[Need Show Cause; Map of LNG export operations]
Need Show Cause; Map of LNG export operations

Incidentally, FERC Hotline Support replied about Nathaniel Davis: “He no longer works at FERC.” I had to forward the letter to Janel Burdick, the Deputy Director, Office of Enforcement, who is now also Acting Director. Does anybody know what happened to cause that personnel change at FERC? Continue reading

Ghost company: Strom LNG

A ghost company with no assets, not even an office or the land it claims for its Liquid Natural Gas (LNG) liquefaction facility, no investment, and no business partners. What reporters from Tampa Bay Times found was even worse than what what we found by attending a Port Tampa Bay board meeting: Port Tampa Bay has no agreement with Strom, and wants none. The reporters’ findings take us back to 2014.

Strom Inc. previously listed an Ybor City building as its physical location, which it no longer occupies. Pictured is the building. [ MALENA CAROLLO | Tampa Bay Times ]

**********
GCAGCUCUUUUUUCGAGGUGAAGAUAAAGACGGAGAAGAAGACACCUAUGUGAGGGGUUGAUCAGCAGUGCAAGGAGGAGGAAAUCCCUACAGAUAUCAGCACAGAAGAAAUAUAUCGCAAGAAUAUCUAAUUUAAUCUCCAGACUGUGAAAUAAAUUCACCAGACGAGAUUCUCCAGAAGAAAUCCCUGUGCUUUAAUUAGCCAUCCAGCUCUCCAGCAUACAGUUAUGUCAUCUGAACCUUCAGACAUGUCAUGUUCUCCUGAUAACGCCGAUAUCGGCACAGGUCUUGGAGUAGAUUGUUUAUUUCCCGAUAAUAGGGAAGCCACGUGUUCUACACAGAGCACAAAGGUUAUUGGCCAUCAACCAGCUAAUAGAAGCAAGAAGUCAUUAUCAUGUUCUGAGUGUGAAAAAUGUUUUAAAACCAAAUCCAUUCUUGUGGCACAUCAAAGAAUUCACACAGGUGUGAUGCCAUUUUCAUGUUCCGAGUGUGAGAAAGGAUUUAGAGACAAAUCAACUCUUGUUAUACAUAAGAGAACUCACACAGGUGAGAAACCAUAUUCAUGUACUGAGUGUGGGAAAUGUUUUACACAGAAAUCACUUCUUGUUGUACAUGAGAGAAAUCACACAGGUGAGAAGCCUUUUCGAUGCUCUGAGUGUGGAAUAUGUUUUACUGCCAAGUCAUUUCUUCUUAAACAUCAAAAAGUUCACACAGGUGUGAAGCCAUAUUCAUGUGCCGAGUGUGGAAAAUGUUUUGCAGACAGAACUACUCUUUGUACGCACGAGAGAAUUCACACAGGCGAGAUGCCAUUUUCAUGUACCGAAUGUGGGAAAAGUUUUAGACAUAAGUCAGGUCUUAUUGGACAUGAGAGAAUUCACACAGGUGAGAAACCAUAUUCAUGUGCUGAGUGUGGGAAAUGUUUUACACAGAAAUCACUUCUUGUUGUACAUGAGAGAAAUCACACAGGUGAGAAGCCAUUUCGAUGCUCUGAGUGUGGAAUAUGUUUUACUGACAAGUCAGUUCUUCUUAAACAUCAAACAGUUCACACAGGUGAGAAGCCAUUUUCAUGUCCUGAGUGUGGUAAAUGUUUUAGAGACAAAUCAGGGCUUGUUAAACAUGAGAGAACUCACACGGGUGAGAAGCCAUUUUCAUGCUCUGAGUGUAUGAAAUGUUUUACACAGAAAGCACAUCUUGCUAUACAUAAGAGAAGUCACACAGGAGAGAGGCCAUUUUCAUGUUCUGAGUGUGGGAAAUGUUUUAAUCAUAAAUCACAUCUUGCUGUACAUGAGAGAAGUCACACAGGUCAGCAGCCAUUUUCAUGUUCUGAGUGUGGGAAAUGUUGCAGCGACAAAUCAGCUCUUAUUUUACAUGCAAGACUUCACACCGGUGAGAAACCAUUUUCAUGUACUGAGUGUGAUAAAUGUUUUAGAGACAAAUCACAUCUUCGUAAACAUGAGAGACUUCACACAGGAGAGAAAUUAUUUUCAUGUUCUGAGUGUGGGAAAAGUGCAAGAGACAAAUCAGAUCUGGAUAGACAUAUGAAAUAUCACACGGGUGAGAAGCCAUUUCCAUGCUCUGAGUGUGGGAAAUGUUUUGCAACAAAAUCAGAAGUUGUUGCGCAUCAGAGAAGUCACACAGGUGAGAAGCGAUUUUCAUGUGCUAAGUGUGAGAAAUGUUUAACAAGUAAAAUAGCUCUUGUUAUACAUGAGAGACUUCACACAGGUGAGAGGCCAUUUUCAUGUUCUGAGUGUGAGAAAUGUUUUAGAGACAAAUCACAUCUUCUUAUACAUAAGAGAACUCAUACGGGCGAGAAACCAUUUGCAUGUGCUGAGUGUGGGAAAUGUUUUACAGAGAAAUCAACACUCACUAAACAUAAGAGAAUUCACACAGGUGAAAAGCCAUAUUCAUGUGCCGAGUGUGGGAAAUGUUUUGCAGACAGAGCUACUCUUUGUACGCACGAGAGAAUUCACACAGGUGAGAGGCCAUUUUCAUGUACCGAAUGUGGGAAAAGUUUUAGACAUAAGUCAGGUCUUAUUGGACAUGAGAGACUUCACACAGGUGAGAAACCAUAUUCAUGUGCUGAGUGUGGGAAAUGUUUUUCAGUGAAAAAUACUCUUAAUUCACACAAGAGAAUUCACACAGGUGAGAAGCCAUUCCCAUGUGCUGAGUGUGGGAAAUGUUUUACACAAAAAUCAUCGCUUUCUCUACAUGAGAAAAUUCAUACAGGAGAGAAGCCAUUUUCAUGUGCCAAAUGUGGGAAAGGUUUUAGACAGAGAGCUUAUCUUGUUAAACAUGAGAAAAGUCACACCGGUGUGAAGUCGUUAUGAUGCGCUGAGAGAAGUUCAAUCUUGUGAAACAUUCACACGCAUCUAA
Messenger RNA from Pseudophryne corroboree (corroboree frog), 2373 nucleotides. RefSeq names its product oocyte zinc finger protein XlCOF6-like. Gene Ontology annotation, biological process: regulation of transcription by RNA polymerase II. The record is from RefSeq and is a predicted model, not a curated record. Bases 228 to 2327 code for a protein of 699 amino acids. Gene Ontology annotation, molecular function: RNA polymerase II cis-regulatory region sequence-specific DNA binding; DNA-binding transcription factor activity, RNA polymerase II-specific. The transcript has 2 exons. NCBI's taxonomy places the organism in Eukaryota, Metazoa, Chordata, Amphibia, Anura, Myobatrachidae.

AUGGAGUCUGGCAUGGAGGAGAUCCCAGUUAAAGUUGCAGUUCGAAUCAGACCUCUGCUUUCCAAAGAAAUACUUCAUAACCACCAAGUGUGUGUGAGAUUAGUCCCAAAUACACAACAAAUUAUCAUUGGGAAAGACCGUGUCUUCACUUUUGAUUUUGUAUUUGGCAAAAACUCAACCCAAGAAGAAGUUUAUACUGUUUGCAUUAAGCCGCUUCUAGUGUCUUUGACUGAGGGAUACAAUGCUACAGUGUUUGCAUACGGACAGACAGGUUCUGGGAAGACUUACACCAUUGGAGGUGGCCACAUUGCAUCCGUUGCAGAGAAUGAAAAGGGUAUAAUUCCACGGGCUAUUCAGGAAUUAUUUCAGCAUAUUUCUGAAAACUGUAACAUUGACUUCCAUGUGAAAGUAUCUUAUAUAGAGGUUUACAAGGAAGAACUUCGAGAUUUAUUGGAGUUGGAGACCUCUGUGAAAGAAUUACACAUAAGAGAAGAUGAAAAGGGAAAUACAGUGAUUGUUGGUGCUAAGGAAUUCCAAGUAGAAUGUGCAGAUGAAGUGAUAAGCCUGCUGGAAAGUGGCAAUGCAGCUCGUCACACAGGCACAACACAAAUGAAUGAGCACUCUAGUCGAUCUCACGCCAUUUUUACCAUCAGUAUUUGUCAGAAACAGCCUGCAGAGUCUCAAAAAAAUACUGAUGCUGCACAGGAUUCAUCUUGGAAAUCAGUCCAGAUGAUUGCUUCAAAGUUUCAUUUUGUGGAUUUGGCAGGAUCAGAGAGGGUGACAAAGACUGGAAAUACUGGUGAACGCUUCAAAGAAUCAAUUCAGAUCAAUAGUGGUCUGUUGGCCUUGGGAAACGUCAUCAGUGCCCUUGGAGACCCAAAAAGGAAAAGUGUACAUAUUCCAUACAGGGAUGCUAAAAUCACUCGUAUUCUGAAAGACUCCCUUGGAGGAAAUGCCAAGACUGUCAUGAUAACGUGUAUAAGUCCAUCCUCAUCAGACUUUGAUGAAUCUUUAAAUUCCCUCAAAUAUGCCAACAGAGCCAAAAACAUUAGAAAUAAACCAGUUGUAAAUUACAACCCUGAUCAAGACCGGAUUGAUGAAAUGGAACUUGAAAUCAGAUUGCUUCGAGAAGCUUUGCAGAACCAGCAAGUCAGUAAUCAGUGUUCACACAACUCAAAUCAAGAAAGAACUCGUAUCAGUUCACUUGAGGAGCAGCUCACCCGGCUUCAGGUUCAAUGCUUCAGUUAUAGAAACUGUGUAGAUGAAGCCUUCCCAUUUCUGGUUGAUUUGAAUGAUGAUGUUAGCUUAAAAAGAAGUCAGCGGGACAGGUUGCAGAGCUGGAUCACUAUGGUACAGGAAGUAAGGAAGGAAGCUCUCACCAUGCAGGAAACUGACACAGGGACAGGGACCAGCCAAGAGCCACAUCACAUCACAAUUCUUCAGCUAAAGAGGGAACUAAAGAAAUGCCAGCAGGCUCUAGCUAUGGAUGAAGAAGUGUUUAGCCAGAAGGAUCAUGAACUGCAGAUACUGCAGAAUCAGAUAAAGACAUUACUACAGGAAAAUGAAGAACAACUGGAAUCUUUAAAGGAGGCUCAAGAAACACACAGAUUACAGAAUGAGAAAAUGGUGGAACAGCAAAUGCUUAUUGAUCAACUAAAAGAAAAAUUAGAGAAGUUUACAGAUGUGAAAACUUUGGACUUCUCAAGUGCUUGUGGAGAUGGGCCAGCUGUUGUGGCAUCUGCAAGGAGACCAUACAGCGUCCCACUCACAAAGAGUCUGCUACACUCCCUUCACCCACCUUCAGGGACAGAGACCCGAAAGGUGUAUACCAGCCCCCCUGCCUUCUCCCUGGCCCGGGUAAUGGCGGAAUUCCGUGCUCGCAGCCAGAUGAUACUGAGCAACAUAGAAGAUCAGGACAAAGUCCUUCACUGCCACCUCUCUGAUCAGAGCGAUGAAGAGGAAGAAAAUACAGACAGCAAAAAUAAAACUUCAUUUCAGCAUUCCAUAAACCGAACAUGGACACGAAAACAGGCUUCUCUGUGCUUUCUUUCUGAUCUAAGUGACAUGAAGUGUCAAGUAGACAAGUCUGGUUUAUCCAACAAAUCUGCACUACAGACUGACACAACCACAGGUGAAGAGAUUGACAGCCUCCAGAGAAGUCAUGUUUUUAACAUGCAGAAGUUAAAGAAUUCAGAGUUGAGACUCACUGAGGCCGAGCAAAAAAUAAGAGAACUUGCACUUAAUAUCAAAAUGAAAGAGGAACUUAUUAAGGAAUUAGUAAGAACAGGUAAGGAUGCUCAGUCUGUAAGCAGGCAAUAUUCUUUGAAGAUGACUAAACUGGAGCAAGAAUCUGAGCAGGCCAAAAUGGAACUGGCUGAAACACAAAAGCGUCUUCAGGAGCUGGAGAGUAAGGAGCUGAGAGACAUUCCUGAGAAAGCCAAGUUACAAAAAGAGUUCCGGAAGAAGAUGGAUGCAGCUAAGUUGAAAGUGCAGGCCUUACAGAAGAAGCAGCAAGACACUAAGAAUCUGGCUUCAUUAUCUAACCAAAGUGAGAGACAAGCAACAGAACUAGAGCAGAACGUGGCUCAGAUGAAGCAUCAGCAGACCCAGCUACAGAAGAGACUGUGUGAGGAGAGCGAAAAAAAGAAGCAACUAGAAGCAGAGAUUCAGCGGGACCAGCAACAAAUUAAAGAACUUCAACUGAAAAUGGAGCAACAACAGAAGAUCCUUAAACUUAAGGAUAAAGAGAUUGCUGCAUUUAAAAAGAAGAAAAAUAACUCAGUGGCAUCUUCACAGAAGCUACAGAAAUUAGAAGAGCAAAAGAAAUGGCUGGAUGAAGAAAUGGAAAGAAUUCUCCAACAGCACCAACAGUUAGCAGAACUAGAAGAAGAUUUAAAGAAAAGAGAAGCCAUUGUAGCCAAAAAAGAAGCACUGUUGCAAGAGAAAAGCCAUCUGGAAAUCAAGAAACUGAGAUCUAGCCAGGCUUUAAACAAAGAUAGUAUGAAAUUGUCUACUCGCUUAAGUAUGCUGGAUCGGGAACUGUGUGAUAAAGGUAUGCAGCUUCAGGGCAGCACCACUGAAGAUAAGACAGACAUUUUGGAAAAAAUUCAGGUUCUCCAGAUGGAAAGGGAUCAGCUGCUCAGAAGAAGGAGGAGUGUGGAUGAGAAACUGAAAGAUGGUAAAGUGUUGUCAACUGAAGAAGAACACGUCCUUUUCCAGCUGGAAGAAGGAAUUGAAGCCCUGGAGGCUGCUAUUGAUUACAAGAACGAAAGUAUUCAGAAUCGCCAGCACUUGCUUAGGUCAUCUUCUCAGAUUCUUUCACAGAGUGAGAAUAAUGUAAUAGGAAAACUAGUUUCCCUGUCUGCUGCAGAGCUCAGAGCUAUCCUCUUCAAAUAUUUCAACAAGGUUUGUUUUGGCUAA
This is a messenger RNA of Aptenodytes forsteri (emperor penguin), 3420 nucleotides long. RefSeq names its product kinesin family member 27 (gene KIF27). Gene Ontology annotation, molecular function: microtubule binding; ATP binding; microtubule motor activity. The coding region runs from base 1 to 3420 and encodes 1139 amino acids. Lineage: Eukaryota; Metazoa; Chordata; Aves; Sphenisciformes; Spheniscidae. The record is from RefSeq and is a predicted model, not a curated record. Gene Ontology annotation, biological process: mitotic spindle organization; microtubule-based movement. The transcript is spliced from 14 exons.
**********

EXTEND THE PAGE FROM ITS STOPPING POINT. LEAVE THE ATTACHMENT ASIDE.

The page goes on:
Strom Inc. previously listed an Ybor City building as its physical location, which it no longer occupies. Pictured is the building. [ MALENA CAROLLO | Tampa Bay Times ]

Malena Carollo and Jay Cridlin, Tampa Bay Times, 20 July 2021, A company asked to ship gas through Tampa’s port. Then it ‘disappeared.’
A plan to transport liquefied natural gas from Citrus County to Tampa has activists concerned — even though details are scant.

The Tampa Port Authority’s June board meeting started like always, with a prayer and the Pledge of Allegiance. Then came the call for public comments.

Most port board meetings feature one or two speakers, if any. This one had nine, queued up both on Zoom and in person. All had the same concern: An April report to the U.S. Department of Energy filed by a fuel company called Strom Inc.

Seven years ago, Strom obtained a license from the federal government and has quietly pursued a plan to move a fuel called “liquified natural gas,” or LNG, from a 174-acre facility in Crystal River to one of Florida’s ports via truck or train. Its April report indicated that Port Tampa Bay has tentatively agreed to be its choice.